James William Crask (b 1810)

parents John Crask & Sarah/Susanna Neve

born 1 May 1810, North Repps, Norfolk, England[13]
baptised 6 May 1810, St Mary's North Repps, Norfolk, England[13]
died 13 December 1885, St Kilda, Victoria, Australia[3,5]
buried 18 December 1885, St Kilda General Cemetery, St Kilda, Victoria, Australia[4]

James William Crask

James William was born and baptised in North Repps in north-east Norfolk, England.  

James William's baptism entry, St Mary The Virgin, North Repps

His parents stayed in North Repps so James probably grew up and went to school there.  His father John, was a Bricklayer so it is likely that James learned the trade from him.  Records show that James worked as a Bricklayer[8] and Builder[7].

Google Maps

Ann Susannah Emery

Ann Susannah Emery was baptised on 7 March 1808 at St Andrew's Church of England, Felmingham, Norfolk.  Her parents were George Emery and Bertha (aka Barty, Martha) Passon[1,7,6,14].  Felmingham is a town located approximately 13 km south of North Repps.  In 1811, the population was 299 persons consisting of 65 families lviing in 64 houses[15].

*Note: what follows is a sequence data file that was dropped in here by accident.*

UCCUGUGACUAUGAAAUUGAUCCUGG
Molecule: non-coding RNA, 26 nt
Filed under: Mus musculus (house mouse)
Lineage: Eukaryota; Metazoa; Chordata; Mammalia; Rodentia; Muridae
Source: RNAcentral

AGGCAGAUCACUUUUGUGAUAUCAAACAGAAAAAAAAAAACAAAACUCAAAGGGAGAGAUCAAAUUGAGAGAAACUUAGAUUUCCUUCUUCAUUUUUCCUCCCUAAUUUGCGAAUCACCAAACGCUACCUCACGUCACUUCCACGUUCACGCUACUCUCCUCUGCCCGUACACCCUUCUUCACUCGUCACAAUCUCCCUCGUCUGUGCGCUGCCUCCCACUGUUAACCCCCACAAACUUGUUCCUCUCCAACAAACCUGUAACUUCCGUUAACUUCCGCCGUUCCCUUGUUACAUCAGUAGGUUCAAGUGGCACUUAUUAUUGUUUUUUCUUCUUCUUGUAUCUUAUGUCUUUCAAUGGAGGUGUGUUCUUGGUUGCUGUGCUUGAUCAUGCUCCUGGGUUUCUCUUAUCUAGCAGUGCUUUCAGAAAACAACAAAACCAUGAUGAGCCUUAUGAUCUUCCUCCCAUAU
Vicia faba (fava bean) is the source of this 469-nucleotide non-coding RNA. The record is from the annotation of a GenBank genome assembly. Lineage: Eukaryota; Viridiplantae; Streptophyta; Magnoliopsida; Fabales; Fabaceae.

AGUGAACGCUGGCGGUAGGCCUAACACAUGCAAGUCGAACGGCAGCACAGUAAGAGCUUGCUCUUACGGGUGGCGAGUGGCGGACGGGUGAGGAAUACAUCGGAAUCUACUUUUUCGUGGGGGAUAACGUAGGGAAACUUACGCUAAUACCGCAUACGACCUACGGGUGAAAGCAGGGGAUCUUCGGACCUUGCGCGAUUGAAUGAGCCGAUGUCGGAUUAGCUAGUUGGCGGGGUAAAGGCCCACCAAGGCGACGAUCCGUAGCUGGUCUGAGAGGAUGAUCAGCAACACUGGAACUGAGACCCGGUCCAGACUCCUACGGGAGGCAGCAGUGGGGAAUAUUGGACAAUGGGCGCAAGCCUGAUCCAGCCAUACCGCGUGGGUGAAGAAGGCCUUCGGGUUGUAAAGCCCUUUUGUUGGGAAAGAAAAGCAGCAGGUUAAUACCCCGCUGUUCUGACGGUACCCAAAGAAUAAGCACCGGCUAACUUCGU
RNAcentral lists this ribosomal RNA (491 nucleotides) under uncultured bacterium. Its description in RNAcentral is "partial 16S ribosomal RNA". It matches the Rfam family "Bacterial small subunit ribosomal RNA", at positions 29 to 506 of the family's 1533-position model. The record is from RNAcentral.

George Emery was a Farmer and was farming in the Felmingham area from at least, 1806 through to 1815 after which time he moved to the North Repps area.  So Ann and James both grew up in and around the village of North Repps.

Felmingham parish church register

Life in Norfolk

James William Crask and Ann Susannah Emery were married by Licence on 6 November 1833 at St Mary The Virgin Church of England, North Repps, Norfolk[16].

From St Mary's parish register

They may have lived for a time in the nearby seaside village of Sidestrand since their first child, James William born 1834 was baptised there.

The 1841 UK Census has the family living in the village of Overstrand just a few km up the beach from Overstrand[8].  James worked as a Bricklayer, Ann was a Shopkeeper and James born 1834 and Elizabeth born 1840 are also shown on the census record.

The 1841 and 1844 Electoral Registers mention James William in Overstrand[17].  The 1844 entry refers to his Nature of Qualification as Freehold house and land located Near the White Horse Inn.  James was clearly a man of some means.

Location of the White Horse Inn
Google maps

The White Horse today
Google maps

The Octagonal Tower

In 1848, James obtained an interesting commission.  From Ref 18 - One Saturday night in 1841 the octagonal tower of St Michael's and All Angels church in Siderstrand collapsed in a tempest with only half the tower remaining erect.  

James is referred to as Crask, the village builder of North Repps but later in the book he is referred to as James Crask.  James was paid the sum of 45.0.0 for building the tower up.